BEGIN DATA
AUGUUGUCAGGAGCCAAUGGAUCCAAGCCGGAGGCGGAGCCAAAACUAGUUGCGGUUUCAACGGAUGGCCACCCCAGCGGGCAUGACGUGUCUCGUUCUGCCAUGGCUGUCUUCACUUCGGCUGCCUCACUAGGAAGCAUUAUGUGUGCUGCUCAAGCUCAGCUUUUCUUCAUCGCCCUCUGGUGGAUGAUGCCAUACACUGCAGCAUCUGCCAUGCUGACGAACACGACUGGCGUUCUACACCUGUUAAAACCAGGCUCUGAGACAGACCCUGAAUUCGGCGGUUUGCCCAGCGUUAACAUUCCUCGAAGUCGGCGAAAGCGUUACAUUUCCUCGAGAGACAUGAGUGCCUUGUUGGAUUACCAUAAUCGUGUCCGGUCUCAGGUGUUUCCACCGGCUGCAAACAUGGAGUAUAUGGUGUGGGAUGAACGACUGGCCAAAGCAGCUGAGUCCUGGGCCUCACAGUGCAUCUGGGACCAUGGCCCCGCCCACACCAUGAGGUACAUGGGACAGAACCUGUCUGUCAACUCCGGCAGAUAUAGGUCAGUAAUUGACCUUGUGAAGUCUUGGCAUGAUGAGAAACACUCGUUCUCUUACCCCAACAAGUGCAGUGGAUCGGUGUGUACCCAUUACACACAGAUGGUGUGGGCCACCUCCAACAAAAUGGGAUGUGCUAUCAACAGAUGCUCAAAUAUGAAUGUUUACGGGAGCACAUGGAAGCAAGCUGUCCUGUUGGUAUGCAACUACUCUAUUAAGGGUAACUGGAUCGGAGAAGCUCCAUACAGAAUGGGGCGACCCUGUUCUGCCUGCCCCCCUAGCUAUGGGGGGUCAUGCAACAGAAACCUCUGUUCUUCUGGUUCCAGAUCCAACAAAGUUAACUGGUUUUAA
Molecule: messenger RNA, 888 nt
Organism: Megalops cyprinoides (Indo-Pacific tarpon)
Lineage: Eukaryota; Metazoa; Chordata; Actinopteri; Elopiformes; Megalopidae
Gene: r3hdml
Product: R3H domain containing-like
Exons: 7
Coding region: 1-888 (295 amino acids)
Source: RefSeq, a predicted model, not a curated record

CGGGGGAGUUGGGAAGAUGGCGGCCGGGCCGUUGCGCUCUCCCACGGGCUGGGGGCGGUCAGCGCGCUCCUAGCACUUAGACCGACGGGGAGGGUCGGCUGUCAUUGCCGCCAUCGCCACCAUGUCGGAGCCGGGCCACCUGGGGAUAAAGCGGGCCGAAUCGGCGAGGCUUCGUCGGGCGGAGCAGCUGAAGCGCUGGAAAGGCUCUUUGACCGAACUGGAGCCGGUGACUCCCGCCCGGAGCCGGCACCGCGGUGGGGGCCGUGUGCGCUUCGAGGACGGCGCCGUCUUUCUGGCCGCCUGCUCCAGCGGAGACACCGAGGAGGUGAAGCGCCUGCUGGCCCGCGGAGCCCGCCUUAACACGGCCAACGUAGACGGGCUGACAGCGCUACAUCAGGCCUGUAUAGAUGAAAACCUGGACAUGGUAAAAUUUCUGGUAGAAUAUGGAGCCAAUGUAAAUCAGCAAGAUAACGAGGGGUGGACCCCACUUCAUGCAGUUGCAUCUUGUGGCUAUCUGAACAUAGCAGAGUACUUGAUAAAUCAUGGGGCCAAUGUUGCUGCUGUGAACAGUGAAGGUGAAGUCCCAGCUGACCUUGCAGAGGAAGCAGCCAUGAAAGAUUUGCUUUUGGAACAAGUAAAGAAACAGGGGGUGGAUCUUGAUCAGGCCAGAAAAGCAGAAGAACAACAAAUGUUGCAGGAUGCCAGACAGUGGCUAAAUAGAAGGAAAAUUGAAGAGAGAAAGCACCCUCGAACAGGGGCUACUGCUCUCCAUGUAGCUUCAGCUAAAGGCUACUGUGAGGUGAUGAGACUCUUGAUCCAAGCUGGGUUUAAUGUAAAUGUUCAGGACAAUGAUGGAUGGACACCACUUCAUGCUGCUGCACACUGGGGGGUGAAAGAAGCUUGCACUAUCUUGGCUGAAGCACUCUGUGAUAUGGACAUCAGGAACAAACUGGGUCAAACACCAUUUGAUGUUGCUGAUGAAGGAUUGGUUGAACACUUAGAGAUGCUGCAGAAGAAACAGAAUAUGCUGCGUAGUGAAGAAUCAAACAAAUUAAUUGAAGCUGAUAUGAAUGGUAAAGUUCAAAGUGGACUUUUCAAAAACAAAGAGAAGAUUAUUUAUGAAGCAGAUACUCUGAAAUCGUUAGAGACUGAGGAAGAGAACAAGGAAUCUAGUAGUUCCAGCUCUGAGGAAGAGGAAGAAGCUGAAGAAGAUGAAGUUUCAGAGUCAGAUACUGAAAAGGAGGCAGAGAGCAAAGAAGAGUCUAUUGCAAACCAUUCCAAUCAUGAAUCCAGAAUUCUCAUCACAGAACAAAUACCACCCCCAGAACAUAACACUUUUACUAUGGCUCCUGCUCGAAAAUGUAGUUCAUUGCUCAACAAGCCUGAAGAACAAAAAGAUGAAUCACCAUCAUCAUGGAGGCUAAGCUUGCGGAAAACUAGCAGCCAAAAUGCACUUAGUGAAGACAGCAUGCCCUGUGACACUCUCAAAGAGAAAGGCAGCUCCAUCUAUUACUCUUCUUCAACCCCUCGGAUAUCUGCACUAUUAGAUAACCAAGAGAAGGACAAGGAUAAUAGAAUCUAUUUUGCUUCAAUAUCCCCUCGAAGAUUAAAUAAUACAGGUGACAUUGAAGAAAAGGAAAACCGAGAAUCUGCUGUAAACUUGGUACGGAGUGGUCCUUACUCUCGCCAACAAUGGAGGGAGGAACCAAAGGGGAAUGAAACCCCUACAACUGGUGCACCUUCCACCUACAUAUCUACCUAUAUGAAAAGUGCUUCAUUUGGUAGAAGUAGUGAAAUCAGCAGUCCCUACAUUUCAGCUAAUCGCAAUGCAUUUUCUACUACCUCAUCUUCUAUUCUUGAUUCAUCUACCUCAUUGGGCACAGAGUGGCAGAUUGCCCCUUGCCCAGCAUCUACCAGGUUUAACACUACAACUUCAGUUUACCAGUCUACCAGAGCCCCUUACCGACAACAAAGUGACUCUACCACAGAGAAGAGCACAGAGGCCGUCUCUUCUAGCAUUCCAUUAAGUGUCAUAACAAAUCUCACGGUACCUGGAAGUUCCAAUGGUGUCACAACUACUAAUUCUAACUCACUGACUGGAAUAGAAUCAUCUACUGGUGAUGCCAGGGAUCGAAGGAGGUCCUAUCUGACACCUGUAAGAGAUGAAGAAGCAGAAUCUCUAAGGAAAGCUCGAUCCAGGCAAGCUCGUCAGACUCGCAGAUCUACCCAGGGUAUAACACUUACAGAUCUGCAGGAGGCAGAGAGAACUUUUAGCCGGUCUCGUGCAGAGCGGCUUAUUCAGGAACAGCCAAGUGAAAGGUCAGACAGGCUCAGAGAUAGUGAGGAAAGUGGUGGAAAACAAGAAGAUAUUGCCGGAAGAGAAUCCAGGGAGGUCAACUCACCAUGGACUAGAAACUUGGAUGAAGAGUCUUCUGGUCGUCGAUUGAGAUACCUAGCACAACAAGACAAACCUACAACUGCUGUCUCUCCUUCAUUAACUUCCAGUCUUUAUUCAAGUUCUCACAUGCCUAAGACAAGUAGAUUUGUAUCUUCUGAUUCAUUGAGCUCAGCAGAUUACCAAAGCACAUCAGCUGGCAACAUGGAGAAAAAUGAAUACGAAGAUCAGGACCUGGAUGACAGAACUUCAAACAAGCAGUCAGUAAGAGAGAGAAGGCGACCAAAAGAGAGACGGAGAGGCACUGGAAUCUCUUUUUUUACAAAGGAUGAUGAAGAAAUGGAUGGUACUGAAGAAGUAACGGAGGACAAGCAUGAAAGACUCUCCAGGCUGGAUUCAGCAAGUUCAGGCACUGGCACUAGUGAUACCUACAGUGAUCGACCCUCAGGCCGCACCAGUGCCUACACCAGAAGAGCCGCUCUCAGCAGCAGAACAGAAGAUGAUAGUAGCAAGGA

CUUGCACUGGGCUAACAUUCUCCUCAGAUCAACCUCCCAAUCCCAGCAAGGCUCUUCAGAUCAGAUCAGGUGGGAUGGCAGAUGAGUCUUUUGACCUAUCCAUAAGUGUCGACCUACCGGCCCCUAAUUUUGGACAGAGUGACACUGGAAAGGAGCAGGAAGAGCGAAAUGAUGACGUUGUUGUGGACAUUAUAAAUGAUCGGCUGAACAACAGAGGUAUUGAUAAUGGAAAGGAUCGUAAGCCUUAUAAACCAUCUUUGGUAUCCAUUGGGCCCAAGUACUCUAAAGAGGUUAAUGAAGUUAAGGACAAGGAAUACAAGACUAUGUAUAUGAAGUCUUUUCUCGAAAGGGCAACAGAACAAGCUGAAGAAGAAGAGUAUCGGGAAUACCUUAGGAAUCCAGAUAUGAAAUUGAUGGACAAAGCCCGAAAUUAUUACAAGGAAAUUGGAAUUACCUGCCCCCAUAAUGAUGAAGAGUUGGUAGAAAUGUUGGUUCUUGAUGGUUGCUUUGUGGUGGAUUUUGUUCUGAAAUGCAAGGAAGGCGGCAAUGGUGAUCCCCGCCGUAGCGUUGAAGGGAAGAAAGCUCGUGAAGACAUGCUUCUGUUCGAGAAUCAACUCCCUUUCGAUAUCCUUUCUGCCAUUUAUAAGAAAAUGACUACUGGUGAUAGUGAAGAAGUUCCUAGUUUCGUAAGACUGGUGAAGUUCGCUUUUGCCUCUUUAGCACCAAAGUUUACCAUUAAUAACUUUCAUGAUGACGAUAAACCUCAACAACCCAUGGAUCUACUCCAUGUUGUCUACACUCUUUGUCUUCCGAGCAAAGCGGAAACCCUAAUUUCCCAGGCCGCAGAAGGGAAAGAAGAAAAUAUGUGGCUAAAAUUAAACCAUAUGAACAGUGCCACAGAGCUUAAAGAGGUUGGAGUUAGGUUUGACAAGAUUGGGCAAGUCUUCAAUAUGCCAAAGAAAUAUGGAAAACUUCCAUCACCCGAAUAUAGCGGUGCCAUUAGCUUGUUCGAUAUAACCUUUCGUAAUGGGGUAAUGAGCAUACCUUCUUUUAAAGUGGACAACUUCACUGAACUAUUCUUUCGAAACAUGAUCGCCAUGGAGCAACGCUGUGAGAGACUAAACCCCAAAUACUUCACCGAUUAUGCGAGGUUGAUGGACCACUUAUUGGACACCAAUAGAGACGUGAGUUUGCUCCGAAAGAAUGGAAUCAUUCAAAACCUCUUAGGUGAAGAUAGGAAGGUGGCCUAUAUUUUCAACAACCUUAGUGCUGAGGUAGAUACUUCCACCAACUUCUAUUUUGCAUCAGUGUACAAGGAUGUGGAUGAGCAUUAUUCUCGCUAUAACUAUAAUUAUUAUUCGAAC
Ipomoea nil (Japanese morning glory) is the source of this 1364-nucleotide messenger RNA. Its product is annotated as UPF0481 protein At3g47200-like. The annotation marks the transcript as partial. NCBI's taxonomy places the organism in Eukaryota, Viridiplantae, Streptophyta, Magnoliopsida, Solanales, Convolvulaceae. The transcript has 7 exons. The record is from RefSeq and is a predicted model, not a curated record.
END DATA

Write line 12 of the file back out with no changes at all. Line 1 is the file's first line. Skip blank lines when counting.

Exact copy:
Ipomoea nil (Japanese morning glory) is the source of this 1364-nucleotide messenger RNA. Its product is annotated as UPF0481 protein At3g47200-like. The annotation marks the transcript as partial. NCBI's taxonomy places the organism in Eukaryota, Viridiplantae, Streptophyta, Magnoliopsida, Solanales, Convolvulaceae. The transcript has 7 exons. The record is from RefSeq and is a predicted model, not a curated record.